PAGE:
7 U.S.C. § 18(a) provides that "if, in the opinion of the Commission, the facts . . . warrant," it shall request an answer to the complaint and afford the respondent an opportunity for a hearing. The CFTC has delegated the duty of screening reparation complaints to the Reparations Unit of its Division of Enforcement. At the time of the screening of the complaint made against Rosenthal here and its referral to the ALJ, the Division of Enforcement carried out this function pursuant to an oral delegation of authority. The Commission has since codified that delegation at 17 C.F.R. § 140.81 (1979)
The CFTC's letter to the complainant in the instant case, for example, states:
If you are unable to resolve your claim with the firm after reviewing their explanation, you may wish to consider filing a claim for damages with the Reparations Section of the Commission.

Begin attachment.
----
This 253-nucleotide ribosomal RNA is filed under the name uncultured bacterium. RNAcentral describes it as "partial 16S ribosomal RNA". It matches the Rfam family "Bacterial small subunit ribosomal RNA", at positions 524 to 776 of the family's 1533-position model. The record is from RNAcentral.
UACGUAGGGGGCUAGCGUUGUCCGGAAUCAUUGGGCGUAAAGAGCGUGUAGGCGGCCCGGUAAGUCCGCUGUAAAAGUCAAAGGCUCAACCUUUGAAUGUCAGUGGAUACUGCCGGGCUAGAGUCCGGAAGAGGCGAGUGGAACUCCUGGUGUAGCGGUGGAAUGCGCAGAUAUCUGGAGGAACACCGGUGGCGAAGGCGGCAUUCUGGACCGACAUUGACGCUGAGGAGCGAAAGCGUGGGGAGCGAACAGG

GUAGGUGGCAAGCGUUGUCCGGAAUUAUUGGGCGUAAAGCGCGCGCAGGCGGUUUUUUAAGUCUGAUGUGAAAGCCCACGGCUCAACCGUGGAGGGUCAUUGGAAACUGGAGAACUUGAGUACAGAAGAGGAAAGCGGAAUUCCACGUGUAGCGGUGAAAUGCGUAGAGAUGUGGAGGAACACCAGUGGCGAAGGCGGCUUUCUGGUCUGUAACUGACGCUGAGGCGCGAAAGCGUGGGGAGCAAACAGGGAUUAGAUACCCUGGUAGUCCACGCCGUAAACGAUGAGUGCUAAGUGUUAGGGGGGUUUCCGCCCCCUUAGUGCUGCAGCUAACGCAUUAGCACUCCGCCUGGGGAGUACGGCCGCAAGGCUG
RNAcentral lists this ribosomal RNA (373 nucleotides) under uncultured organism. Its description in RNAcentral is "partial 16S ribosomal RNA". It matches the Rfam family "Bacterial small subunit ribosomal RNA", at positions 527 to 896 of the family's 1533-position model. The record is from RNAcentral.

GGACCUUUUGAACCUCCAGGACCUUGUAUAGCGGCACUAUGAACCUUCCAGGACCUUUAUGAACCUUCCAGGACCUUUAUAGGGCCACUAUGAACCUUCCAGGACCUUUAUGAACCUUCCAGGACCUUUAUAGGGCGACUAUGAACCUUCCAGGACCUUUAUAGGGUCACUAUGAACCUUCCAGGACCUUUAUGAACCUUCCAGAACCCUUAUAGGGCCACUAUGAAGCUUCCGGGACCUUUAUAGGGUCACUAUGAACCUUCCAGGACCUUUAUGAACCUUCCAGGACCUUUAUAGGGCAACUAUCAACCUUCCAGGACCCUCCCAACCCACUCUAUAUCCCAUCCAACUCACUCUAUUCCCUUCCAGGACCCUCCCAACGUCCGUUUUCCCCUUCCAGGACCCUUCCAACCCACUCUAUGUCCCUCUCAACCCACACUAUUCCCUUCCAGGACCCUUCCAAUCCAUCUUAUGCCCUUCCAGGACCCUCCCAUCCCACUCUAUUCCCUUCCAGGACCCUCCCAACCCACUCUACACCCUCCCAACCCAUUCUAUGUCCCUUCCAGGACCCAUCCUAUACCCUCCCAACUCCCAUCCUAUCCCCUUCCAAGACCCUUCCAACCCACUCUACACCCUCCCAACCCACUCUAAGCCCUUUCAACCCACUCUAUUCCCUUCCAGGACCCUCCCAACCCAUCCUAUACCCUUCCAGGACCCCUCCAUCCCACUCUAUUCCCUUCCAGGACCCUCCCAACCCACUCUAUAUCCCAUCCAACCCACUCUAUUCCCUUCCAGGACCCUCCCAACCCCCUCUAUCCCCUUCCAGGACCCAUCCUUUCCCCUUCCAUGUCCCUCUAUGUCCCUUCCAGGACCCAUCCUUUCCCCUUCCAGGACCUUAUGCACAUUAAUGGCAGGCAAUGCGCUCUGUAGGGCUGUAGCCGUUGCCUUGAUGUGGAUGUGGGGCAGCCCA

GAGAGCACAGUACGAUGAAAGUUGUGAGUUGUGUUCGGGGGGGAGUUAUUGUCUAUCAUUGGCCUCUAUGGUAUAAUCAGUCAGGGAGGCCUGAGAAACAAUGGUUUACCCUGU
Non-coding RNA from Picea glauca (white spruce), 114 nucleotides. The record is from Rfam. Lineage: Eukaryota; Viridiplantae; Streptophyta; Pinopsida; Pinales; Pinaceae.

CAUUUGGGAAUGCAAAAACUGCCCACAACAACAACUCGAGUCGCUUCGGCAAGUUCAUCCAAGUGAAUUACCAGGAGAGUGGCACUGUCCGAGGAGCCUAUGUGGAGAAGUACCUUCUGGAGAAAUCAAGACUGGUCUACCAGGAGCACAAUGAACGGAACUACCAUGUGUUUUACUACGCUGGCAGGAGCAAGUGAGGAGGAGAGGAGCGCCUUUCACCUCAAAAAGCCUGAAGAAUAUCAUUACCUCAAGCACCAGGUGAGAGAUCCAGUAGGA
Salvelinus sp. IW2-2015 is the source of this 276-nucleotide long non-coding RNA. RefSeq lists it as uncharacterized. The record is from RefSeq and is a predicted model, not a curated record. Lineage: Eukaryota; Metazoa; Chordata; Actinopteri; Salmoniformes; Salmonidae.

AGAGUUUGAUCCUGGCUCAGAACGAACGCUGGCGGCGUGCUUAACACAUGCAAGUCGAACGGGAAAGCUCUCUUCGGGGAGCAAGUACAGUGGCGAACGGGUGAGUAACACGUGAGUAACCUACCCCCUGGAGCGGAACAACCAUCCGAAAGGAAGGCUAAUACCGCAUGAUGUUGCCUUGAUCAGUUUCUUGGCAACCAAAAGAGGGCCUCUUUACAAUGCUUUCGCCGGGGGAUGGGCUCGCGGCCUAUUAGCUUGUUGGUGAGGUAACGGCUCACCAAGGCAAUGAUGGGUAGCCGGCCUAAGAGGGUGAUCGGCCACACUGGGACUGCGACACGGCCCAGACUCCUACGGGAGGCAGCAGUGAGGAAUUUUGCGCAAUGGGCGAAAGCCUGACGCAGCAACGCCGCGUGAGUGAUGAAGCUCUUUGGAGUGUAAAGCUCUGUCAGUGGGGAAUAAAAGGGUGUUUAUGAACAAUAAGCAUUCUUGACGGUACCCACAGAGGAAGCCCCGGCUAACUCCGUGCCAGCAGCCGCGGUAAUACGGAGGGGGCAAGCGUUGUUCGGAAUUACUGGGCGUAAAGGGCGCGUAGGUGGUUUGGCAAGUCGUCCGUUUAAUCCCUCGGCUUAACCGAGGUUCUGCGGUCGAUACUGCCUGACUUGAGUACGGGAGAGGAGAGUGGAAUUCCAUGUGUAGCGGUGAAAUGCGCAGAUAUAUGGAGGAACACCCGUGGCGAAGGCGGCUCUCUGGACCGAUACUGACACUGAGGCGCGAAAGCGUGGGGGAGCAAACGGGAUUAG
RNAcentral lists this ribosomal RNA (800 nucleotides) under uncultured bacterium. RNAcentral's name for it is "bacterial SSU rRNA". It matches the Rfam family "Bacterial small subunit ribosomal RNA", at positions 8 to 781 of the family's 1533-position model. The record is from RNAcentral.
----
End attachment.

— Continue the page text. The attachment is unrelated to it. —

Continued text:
The Commission is not authorized to render legal or financial advice, nor may we assist or represent any individual in connection with the assertion of their personal claims or rights. The Commission, in essence, provides a forum wherein claims for damages may be made against firms or individuals who are registered under the Commodity Exchange Act. To file such a claim, you must send a sworn statement detailing your complaint to the Reparations Section of the Commodity Futures Trading Commission. . . .
The Act authorizes disposition of claims without a hearing if the amount claimed as damages does not exceed $5,000. See 7 U.S.C. § 18(b); 17 C.F.R. §§ 12.71(a)(2), 12.91-12.95 (1979). (The 1974 Act provided for disposition without hearings of claims not exceeding $2,500. The Act was amended in 1978 increasing the amount-in-controversy requirement for hearings to $5,000, presumably to aid the Commission in dealing with the increasing number of reparation complaints. See Futures Trading Act of 1978, 92 Stat. 865.) Since the claim here exceeded $5,000, the complaint was referred to the ALJ for a hearing